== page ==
Glad they did this, but wow are people making something out of nothing.
Posted on Reply
#22
Mussels
Moderprator
If i bought a GPU based on reviews and found it had differing clock speeds in reality, i would automatically assume i had been sent the wrong GPU.

This is purely going to confuse customers - average joe does not buy a GTX 1080
Posted on Reply
#23
Ungari
So many are looking for something nefarious here, but if the same OC Mode clocks are available to the public by enabling it there is nothing foul about wanting reviewers to test the OC Mode because that's what they would have done had it been a toggle switch.
Posted on Reply
#24
Rockarola
the54thvoid, post: 3476570, member: 79251"
I don't know where to start.

Is it more deceptive than selling a dual gfx card (of any form) that costs twice as much but often fails to deliver any extra performance based on individual game engines? Surely all Dual GPU cards from AMD and Nvidia need to ship with that warning on the box because lots of people buy dual gpu's and don't know the inherent problems.

Is it more deceptive than a brand of PC build that claims it's a gaming PC and sticks a GTX 960 in it but doesn't warn you it wont work well on a 1440p monitor?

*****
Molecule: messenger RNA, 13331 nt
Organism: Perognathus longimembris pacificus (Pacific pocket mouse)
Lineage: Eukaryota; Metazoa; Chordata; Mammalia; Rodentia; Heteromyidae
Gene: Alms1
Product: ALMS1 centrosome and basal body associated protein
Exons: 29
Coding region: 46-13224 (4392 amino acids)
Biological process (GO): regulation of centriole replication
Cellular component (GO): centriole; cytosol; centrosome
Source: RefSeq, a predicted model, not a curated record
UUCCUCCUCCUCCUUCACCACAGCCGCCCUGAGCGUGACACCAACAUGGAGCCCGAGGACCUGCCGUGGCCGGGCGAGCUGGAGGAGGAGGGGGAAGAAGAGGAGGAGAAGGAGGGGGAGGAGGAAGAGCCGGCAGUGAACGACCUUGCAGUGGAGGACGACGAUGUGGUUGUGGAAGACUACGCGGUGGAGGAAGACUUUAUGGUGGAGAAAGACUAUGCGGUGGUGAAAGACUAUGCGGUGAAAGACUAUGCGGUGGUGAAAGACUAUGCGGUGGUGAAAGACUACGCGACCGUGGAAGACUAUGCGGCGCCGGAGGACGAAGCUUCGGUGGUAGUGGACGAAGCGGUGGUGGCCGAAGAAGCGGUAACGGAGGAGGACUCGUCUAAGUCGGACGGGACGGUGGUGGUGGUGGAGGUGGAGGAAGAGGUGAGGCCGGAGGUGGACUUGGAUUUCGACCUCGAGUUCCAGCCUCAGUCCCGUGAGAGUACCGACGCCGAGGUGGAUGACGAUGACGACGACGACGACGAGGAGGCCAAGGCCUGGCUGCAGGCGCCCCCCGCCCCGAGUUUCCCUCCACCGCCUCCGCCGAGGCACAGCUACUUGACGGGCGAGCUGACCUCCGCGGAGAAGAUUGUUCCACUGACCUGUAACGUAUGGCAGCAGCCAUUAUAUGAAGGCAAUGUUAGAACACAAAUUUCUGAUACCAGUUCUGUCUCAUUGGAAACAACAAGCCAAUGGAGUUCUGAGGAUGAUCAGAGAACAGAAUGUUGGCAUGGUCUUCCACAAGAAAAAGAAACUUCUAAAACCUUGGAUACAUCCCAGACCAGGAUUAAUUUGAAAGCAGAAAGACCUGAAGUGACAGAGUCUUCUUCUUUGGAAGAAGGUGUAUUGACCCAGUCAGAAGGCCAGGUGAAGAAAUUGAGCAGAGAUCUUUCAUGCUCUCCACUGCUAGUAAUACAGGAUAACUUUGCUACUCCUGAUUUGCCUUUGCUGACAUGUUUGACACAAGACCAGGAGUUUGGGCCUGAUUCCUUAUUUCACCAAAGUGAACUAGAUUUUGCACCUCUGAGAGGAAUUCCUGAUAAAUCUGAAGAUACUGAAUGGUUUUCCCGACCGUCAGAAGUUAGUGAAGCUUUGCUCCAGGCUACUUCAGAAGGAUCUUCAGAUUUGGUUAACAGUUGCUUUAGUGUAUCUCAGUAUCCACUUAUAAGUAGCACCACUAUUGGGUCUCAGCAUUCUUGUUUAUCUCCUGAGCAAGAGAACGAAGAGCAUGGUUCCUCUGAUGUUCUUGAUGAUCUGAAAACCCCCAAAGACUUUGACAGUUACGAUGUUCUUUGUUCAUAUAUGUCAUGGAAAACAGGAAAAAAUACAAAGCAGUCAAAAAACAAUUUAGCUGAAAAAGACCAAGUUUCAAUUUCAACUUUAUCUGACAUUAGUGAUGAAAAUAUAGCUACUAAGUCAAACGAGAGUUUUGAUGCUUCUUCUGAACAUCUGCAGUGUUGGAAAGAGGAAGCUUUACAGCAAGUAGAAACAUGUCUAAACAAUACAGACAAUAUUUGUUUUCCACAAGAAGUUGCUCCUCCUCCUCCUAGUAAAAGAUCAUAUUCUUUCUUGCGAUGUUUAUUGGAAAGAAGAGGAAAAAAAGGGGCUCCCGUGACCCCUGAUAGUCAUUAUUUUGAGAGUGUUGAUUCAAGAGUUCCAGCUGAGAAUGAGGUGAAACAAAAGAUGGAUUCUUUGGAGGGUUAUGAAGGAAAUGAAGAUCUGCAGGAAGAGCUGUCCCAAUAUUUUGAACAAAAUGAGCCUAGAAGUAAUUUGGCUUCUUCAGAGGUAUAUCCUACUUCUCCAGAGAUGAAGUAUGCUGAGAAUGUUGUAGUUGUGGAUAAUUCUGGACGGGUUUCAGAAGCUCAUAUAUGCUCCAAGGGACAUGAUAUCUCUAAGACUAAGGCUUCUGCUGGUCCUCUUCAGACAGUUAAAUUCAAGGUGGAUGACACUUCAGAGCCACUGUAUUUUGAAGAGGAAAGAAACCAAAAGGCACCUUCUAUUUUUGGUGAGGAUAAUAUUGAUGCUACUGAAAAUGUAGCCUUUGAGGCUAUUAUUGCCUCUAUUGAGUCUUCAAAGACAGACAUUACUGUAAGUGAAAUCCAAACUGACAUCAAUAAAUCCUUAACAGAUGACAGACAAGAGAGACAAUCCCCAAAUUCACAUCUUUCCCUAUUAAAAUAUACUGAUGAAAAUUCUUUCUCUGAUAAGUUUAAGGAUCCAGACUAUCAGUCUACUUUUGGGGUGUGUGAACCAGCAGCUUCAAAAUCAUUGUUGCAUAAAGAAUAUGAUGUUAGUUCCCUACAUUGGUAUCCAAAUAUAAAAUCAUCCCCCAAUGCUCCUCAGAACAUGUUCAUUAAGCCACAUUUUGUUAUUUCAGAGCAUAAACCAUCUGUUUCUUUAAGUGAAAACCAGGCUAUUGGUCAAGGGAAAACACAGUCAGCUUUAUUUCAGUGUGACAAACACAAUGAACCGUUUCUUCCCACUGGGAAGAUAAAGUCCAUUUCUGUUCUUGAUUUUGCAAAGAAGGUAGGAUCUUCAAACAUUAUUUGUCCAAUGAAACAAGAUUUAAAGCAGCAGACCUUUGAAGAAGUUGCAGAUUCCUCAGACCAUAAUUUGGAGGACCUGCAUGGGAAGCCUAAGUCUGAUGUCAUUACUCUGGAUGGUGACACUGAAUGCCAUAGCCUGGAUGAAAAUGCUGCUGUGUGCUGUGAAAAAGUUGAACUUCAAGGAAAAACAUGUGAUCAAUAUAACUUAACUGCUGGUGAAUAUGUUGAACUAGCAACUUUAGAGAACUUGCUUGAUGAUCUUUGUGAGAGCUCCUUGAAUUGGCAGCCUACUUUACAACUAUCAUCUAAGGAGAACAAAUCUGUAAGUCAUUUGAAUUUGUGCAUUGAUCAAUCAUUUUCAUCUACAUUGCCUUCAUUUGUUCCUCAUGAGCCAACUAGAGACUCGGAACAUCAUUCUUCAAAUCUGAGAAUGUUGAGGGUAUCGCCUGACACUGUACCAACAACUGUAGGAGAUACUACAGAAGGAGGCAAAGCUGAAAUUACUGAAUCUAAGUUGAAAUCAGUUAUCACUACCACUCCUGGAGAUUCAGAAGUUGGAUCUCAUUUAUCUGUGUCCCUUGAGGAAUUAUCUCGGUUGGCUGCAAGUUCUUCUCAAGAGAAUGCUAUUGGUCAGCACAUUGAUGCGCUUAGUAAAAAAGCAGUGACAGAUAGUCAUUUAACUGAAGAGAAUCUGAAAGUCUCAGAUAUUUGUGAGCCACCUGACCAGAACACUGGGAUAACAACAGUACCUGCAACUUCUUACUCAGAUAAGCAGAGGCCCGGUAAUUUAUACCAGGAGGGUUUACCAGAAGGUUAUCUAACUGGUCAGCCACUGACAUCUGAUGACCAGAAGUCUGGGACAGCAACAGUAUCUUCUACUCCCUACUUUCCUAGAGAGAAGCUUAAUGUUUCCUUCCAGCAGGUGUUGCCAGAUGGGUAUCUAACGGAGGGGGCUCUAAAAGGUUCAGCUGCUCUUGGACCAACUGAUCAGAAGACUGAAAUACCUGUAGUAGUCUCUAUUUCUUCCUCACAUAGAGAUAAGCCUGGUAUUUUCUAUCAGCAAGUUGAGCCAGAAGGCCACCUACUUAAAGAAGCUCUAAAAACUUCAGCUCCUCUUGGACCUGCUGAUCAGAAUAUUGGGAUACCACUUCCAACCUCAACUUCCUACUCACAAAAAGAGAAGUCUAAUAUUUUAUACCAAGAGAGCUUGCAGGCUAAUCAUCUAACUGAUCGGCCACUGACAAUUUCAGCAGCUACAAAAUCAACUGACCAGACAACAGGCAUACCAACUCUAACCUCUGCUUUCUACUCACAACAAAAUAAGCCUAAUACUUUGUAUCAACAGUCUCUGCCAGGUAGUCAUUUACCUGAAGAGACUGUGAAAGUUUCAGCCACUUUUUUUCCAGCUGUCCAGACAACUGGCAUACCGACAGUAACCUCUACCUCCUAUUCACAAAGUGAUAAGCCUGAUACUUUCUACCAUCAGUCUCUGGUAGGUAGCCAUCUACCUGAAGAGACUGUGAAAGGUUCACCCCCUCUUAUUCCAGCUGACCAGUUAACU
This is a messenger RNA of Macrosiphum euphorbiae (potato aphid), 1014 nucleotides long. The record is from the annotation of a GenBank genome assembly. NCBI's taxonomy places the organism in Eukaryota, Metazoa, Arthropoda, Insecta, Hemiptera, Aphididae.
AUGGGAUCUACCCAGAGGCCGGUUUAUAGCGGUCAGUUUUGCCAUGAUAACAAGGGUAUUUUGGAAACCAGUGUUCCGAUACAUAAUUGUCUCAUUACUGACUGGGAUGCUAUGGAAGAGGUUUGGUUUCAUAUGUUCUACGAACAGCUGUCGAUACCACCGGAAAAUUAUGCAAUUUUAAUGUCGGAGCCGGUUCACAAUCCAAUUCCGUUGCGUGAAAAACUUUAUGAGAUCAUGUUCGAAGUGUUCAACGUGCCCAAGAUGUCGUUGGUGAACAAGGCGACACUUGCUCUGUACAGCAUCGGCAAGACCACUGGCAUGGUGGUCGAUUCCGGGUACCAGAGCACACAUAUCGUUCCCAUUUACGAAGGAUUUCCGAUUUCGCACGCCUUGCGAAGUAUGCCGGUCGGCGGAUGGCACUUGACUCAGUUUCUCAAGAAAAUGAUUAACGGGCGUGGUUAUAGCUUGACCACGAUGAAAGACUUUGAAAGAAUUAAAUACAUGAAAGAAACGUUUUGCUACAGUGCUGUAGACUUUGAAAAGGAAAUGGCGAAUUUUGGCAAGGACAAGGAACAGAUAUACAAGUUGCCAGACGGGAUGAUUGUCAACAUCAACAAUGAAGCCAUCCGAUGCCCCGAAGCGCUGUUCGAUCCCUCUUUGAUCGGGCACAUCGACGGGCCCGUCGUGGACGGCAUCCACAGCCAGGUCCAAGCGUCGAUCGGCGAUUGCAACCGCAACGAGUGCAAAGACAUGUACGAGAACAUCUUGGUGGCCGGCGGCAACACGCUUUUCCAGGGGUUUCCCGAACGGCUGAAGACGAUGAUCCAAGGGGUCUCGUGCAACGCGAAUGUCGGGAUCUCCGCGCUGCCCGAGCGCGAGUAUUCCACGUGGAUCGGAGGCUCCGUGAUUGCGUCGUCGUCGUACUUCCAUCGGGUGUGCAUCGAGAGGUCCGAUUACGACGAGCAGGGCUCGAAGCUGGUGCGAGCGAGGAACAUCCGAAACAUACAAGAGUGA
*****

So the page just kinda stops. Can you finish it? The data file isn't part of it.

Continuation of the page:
Is it worse than a branded stick of RAM at 4000Mhz that gives no tangible benefit to 90% of users. You know, the speed is way faster than 2333Ghz so it must deliver huge performance?

I completely understand what Asus and MSI have done (now and in the past). Look at @W1zzard's reviews - he doesn't touch voltage. A lot of reviewers don't. Sure, MSI and Asus should have mentioned it to the reviewers but it's hardly a crime what they have done. Given the cards will reach the speeds once you use the bundled software (as advertised on the bloody boxes) and play around with it. Isn't that the point of buying these things? You know, I buy an overclock edition and I get to actually load the software and 'wow!' when I apply that toggle - it goes faster.

If it defaults to the OC, that reduces the 'experience' of being able to use the software to overclock.

I'm sure plenty of do-gooders will punch me down for saying this but seriously - this is an over reaction of the most melodramatic style.

Unlike a GTX 970 3.5Gb RAM argument or a 390x stock fan throttling issue that meant you actually didn't get what was advertised in the 'fairest' sense - these cards will hit those clocks when you use the bundled software.

Get some perspective people. I actually find TPU's 'crusading' position on this very pompous and highly egotistical.
Oh, so they should get away with little crimes, because it's not worth getting worked up about?
Do you think it would stop there?
This is what critical journalism is all about, raising hell when nobody else does. You don't think it's important, yet both ASUS and MSI thinks it's important enough for a press release...being caught out now, means that they'll think twice in the future.
Posted on Reply
#25
Prima.Vera
I wonder why nobody screamed since 3 years ago when they released the 780Ti using EXACTLY the same practice...
Posted on Reply